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Case Basics
Docket No. 
Tarrant Regional Water District
Rudolf John Herrmann, et al.
Decided By 
(for the petitioner)
(Assistant to the Solicitor General, Department of Justice, for the United States, as amicus curiae, supporting the petitioner)
(for the respondents)
Facts of the Case 

Tarrant Regional Water District (Tarrant) supplies water to north-central Texas. In 1955, Congress allowed Arkansas, Louisiana, Oklahoma, and Texas to negotiate an agreement allocating the water from the Red River, which forms the boundary between southeastern Oklahoma and northeastern Texas. In 1980, the states signed the Red River Compact and Congress ratified it.

In 2007, Tarrant sought to appropriate water from three locations in Oklahoma for use in Texas and applied to the Oklahoma Water Resources Board (OWRB), which was established to regulate in-state and out-of-state water usage. On November 1, 2007, Tarrant sued the OWRB and sought declaratory and injunctive relief against the Oklahoma statutes on water usage. Tarrant argued that the statutes placed burdens on interstate water commerce that are unconstitutional under the Commerce Clause and overstep the bounds of the Compact that Congress allowed the states to establish. OWRB moved for summary judgment, and the district court granted it. The U.S. Court of Appeals for the Tenth Circuit affirmed.


Did Congress’ approval of an interstate water compact illustrate congressional intent to allow state laws to interfere with interstate commerce in water?

Does the Compact preempt protectionist state laws that restrict state access to water to which they are entitled under the Compact?

Decision: 9 votes for Hermann, 0 vote(s) against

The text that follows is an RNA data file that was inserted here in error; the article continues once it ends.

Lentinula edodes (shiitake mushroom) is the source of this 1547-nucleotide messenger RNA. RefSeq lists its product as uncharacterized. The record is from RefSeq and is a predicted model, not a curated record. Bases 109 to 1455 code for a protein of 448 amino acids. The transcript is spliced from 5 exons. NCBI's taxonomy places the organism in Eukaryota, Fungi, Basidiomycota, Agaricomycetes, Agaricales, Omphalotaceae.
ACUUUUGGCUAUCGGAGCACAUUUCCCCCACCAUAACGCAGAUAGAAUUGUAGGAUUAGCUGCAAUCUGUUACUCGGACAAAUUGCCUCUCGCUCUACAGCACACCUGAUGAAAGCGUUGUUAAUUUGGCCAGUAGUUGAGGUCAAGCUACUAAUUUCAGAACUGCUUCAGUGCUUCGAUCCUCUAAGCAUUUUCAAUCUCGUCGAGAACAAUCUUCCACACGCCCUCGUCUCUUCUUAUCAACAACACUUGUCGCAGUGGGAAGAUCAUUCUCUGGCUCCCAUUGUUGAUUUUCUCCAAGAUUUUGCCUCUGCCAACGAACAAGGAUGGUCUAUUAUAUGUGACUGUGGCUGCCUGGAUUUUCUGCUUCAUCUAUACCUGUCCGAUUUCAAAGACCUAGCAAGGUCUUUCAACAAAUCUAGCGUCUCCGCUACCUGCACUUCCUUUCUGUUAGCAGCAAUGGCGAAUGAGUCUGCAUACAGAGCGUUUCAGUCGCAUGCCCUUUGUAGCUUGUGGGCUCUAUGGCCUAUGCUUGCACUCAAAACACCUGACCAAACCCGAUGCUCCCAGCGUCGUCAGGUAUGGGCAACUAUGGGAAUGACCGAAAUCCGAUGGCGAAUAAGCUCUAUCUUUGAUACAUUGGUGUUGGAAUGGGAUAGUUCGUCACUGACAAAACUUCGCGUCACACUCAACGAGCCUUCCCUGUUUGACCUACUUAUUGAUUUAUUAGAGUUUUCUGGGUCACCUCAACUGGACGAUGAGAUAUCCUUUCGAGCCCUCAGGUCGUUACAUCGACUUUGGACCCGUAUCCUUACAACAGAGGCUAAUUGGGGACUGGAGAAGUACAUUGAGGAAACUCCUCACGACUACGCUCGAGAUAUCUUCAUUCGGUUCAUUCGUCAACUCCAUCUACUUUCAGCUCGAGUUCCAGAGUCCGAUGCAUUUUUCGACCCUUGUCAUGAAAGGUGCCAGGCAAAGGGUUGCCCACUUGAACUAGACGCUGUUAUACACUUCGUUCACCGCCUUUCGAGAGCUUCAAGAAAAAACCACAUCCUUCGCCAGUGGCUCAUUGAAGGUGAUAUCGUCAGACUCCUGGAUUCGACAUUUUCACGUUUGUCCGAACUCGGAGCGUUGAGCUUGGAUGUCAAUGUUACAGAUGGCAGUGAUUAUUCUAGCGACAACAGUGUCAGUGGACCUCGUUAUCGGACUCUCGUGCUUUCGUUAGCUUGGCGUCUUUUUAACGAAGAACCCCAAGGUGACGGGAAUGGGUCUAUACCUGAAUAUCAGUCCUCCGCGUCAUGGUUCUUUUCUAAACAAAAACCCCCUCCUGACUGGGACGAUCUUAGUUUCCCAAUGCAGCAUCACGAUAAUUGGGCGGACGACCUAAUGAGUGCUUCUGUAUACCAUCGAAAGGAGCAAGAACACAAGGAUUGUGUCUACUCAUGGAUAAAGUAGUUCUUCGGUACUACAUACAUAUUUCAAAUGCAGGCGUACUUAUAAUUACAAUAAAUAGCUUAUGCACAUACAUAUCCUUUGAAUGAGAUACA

Legal provision: Red River Compact

No, no. Justice Sonia Sotomayor delivered the opinion for the unanimous Court. The Court held that the Compact’s silence regarding state lines indicated an understanding that the Compact was meant to respect state lines, so state statutes do not conflict with the Compact’s allocation of water. Long-running precedent supports the principle that states do not cede water rights within their own territories. Any other reading of the Compact would create jurisdictional and administrative confusion. The Court also held that the Compact does not violate the Commerce Clause by allowing states to interfere in interstate commerce because the Compact does not leave water unallocated for states statutes to affect.

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TARRANT REGIONAL WATER DISTRICT v. HERRMANN. The Oyez Project at IIT Chicago-Kent College of Law. 03 September 2016. <http://holmes.oyez.org/node/85844>.
TARRANT REGIONAL WATER DISTRICT v. HERRMANN, The Oyez Project at IIT Chicago-Kent College of Law, http://holmes.oyez.org/node/85844 (last visited September 3, 2016).
"TARRANT REGIONAL WATER DISTRICT v. HERRMANN," The Oyez Project at IIT Chicago-Kent College of Law, accessed September 3, 2016, http://holmes.oyez.org/node/85844.